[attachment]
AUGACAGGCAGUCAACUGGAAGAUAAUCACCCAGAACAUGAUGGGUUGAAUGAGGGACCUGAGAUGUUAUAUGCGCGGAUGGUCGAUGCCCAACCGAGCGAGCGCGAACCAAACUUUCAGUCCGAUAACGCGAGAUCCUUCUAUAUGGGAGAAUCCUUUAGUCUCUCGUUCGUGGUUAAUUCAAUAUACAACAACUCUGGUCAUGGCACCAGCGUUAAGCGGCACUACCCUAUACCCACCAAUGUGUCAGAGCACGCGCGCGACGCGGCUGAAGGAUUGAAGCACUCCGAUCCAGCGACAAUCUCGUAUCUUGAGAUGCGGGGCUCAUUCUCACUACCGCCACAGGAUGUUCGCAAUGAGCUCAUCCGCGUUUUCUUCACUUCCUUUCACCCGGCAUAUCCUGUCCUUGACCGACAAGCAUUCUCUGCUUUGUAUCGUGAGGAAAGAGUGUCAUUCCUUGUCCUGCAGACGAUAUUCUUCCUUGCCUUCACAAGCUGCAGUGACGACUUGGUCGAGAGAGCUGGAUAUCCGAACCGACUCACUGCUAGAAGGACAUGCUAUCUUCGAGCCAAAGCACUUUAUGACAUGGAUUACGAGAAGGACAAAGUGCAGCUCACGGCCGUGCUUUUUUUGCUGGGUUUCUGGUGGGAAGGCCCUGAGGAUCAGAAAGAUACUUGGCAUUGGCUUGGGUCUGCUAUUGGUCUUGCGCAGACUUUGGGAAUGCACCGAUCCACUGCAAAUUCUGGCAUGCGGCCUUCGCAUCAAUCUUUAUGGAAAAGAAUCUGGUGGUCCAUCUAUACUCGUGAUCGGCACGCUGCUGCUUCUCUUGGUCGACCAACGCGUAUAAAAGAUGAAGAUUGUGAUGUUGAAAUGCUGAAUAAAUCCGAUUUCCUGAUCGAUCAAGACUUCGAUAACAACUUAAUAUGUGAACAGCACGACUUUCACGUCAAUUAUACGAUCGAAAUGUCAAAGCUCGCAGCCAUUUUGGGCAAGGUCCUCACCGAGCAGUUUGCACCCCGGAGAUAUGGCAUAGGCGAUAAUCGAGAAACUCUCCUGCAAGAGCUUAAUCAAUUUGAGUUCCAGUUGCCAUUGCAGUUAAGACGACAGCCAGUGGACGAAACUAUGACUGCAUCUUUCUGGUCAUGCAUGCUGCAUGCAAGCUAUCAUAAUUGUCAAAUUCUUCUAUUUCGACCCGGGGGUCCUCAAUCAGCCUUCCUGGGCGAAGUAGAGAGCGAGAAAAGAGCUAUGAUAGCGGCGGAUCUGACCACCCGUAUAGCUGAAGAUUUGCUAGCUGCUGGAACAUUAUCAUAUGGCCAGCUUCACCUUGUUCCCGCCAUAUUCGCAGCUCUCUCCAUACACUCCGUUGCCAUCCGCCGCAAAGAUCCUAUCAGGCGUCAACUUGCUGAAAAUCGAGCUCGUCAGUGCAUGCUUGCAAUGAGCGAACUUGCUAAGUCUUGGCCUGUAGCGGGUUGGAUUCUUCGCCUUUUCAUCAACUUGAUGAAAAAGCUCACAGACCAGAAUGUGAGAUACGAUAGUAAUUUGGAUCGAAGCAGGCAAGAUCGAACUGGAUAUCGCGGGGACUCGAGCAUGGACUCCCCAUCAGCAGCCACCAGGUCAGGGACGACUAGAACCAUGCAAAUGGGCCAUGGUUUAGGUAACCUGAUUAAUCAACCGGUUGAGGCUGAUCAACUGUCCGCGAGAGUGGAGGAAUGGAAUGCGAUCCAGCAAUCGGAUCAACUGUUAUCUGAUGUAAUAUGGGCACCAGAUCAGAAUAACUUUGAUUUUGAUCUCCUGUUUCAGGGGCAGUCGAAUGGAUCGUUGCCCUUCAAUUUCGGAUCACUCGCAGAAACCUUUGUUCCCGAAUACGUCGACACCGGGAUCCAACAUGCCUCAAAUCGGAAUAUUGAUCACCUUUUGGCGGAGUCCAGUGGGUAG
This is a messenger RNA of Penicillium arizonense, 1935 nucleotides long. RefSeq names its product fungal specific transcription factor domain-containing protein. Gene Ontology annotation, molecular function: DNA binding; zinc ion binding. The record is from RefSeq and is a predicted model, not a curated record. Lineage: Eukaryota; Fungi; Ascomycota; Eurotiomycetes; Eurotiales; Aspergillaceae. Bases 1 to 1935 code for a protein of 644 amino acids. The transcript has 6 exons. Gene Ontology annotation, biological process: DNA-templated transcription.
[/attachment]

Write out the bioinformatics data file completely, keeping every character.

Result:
AUGACAGGCAGUCAACUGGAAGAUAAUCACCCAGAACAUGAUGGGUUGAAUGAGGGACCUGAGAUGUUAUAUGCGCGGAUGGUCGAUGCCCAACCGAGCGAGCGCGAACCAAACUUUCAGUCCGAUAACGCGAGAUCCUUCUAUAUGGGAGAAUCCUUUAGUCUCUCGUUCGUGGUUAAUUCAAUAUACAACAACUCUGGUCAUGGCACCAGCGUUAAGCGGCACUACCCUAUACCCACCAAUGUGUCAGAGCACGCGCGCGACGCGGCUGAAGGAUUGAAGCACUCCGAUCCAGCGACAAUCUCGUAUCUUGAGAUGCGGGGCUCAUUCUCACUACCGCCACAGGAUGUUCGCAAUGAGCUCAUCCGCGUUUUCUUCACUUCCUUUCACCCGGCAUAUCCUGUCCUUGACCGACAAGCAUUCUCUGCUUUGUAUCGUGAGGAAAGAGUGUCAUUCCUUGUCCUGCAGACGAUAUUCUUCCUUGCCUUCACAAGCUGCAGUGACGACUUGGUCGAGAGAGCUGGAUAUCCGAACCGACUCACUGCUAGAAGGACAUGCUAUCUUCGAGCCAAAGCACUUUAUGACAUGGAUUACGAGAAGGACAAAGUGCAGCUCACGGCCGUGCUUUUUUUGCUGGGUUUCUGGUGGGAAGGCCCUGAGGAUCAGAAAGAUACUUGGCAUUGGCUUGGGUCUGCUAUUGGUCUUGCGCAGACUUUGGGAAUGCACCGAUCCACUGCAAAUUCUGGCAUGCGGCCUUCGCAUCAAUCUUUAUGGAAAAGAAUCUGGUGGUCCAUCUAUACUCGUGAUCGGCACGCUGCUGCUUCUCUUGGUCGACCAACGCGUAUAAAAGAUGAAGAUUGUGAUGUUGAAAUGCUGAAUAAAUCCGAUUUCCUGAUCGAUCAAGACUUCGAUAACAACUUAAUAUGUGAACAGCACGACUUUCACGUCAAUUAUACGAUCGAAAUGUCAAAGCUCGCAGCCAUUUUGGGCAAGGUCCUCACCGAGCAGUUUGCACCCCGGAGAUAUGGCAUAGGCGAUAAUCGAGAAACUCUCCUGCAAGAGCUUAAUCAAUUUGAGUUCCAGUUGCCAUUGCAGUUAAGACGACAGCCAGUGGACGAAACUAUGACUGCAUCUUUCUGGUCAUGCAUGCUGCAUGCAAGCUAUCAUAAUUGUCAAAUUCUUCUAUUUCGACCCGGGGGUCCUCAAUCAGCCUUCCUGGGCGAAGUAGAGAGCGAGAAAAGAGCUAUGAUAGCGGCGGAUCUGACCACCCGUAUAGCUGAAGAUUUGCUAGCUGCUGGAACAUUAUCAUAUGGCCAGCUUCACCUUGUUCCCGCCAUAUUCGCAGCUCUCUCCAUACACUCCGUUGCCAUCCGCCGCAAAGAUCCUAUCAGGCGUCAACUUGCUGAAAAUCGAGCUCGUCAGUGCAUGCUUGCAAUGAGCGAACUUGCUAAGUCUUGGCCUGUAGCGGGUUGGAUUCUUCGCCUUUUCAUCAACUUGAUGAAAAAGCUCACAGACCAGAAUGUGAGAUACGAUAGUAAUUUGGAUCGAAGCAGGCAAGAUCGAACUGGAUAUCGCGGGGACUCGAGCAUGGACUCCCCAUCAGCAGCCACCAGGUCAGGGACGACUAGAACCAUGCAAAUGGGCCAUGGUUUAGGUAACCUGAUUAAUCAACCGGUUGAGGCUGAUCAACUGUCCGCGAGAGUGGAGGAAUGGAAUGCGAUCCAGCAAUCGGAUCAACUGUUAUCUGAUGUAAUAUGGGCACCAGAUCAGAAUAACUUUGAUUUUGAUCUCCUGUUUCAGGGGCAGUCGAAUGGAUCGUUGCCCUUCAAUUUCGGAUCACUCGCAGAAACCUUUGUUCCCGAAUACGUCGACACCGGGAUCCAACAUGCCUCAAAUCGGAAUAUUGAUCACCUUUUGGCGGAGUCCAGUGGGUAG
This is a messenger RNA of Penicillium arizonense, 1935 nucleotides long. RefSeq names its product fungal specific transcription factor domain-containing protein. Gene Ontology annotation, molecular function: DNA binding; zinc ion binding. The record is from RefSeq and is a predicted model, not a curated record. Lineage: Eukaryota; Fungi; Ascomycota; Eurotiomycetes; Eurotiales; Aspergillaceae. Bases 1 to 1935 code for a protein of 644 amino acids. The transcript has 6 exons. Gene Ontology annotation, biological process: DNA-templated transcription.